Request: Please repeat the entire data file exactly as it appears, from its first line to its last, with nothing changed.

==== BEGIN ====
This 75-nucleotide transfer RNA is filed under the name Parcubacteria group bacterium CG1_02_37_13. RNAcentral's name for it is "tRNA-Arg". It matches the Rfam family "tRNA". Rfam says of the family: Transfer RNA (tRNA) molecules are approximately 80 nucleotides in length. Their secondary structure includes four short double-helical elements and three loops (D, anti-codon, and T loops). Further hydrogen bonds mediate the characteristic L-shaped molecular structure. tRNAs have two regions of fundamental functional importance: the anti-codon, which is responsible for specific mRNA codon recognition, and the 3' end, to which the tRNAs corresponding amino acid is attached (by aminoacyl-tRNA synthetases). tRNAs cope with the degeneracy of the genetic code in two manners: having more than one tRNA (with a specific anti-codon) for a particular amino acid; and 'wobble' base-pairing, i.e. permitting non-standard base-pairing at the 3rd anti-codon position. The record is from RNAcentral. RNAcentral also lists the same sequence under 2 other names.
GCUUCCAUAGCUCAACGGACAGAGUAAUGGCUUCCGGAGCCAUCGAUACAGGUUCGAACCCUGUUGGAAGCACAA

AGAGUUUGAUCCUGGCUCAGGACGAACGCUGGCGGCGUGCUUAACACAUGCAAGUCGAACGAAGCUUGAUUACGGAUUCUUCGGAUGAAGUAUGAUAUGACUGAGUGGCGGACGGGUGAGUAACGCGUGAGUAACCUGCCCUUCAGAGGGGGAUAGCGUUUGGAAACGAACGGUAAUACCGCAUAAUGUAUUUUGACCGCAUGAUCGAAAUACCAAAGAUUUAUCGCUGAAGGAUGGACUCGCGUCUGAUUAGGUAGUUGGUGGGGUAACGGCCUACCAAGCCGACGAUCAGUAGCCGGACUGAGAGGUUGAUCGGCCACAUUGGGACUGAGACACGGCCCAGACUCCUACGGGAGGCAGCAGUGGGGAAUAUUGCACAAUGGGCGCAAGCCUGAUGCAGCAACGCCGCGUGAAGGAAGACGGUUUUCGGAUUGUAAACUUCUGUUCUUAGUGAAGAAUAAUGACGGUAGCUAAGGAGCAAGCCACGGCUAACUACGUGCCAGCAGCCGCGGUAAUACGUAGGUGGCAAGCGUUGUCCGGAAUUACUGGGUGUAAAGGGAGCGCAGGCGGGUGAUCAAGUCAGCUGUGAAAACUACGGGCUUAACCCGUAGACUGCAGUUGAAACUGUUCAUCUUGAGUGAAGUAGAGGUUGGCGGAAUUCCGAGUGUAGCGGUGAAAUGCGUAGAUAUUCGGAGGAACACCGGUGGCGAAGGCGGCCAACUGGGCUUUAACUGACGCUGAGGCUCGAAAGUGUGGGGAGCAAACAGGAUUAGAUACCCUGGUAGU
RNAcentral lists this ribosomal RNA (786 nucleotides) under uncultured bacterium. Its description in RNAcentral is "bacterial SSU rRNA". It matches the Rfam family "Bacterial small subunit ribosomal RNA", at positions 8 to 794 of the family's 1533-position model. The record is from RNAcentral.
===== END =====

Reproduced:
This 75-nucleotide transfer RNA is filed under the name Parcubacteria group bacterium CG1_02_37_13. RNAcentral's name for it is "tRNA-Arg". It matches the Rfam family "tRNA". Rfam says of the family: Transfer RNA (tRNA) molecules are approximately 80 nucleotides in length. Their secondary structure includes four short double-helical elements and three loops (D, anti-codon, and T loops). Further hydrogen bonds mediate the characteristic L-shaped molecular structure. tRNAs have two regions of fundamental functional importance: the anti-codon, which is responsible for specific mRNA codon recognition, and the 3' end, to which the tRNAs corresponding amino acid is attached (by aminoacyl-tRNA synthetases). tRNAs cope with the degeneracy of the genetic code in two manners: having more than one tRNA (with a specific anti-codon) for a particular amino acid; and 'wobble' base-pairing, i.e. permitting non-standard base-pairing at the 3rd anti-codon position. The record is from RNAcentral. RNAcentral also lists the same sequence under 2 other names.
GCUUCCAUAGCUCAACGGACAGAGUAAUGGCUUCCGGAGCCAUCGAUACAGGUUCGAACCCUGUUGGAAGCACAA

AGAGUUUGAUCCUGGCUCAGGACGAACGCUGGCGGCGUGCUUAACACAUGCAAGUCGAACGAAGCUUGAUUACGGAUUCUUCGGAUGAAGUAUGAUAUGACUGAGUGGCGGACGGGUGAGUAACGCGUGAGUAACCUGCCCUUCAGAGGGGGAUAGCGUUUGGAAACGAACGGUAAUACCGCAUAAUGUAUUUUGACCGCAUGAUCGAAAUACCAAAGAUUUAUCGCUGAAGGAUGGACUCGCGUCUGAUUAGGUAGUUGGUGGGGUAACGGCCUACCAAGCCGACGAUCAGUAGCCGGACUGAGAGGUUGAUCGGCCACAUUGGGACUGAGACACGGCCCAGACUCCUACGGGAGGCAGCAGUGGGGAAUAUUGCACAAUGGGCGCAAGCCUGAUGCAGCAACGCCGCGUGAAGGAAGACGGUUUUCGGAUUGUAAACUUCUGUUCUUAGUGAAGAAUAAUGACGGUAGCUAAGGAGCAAGCCACGGCUAACUACGUGCCAGCAGCCGCGGUAAUACGUAGGUGGCAAGCGUUGUCCGGAAUUACUGGGUGUAAAGGGAGCGCAGGCGGGUGAUCAAGUCAGCUGUGAAAACUACGGGCUUAACCCGUAGACUGCAGUUGAAACUGUUCAUCUUGAGUGAAGUAGAGGUUGGCGGAAUUCCGAGUGUAGCGGUGAAAUGCGUAGAUAUUCGGAGGAACACCGGUGGCGAAGGCGGCCAACUGGGCUUUAACUGACGCUGAGGCUCGAAAGUGUGGGGAGCAAACAGGAUUAGAUACCCUGGUAGU
RNAcentral lists this ribosomal RNA (786 nucleotides) under uncultured bacterium. Its description in RNAcentral is "bacterial SSU rRNA". It matches the Rfam family "Bacterial small subunit ribosomal RNA", at positions 8 to 794 of the family's 1533-position model. The record is from RNAcentral.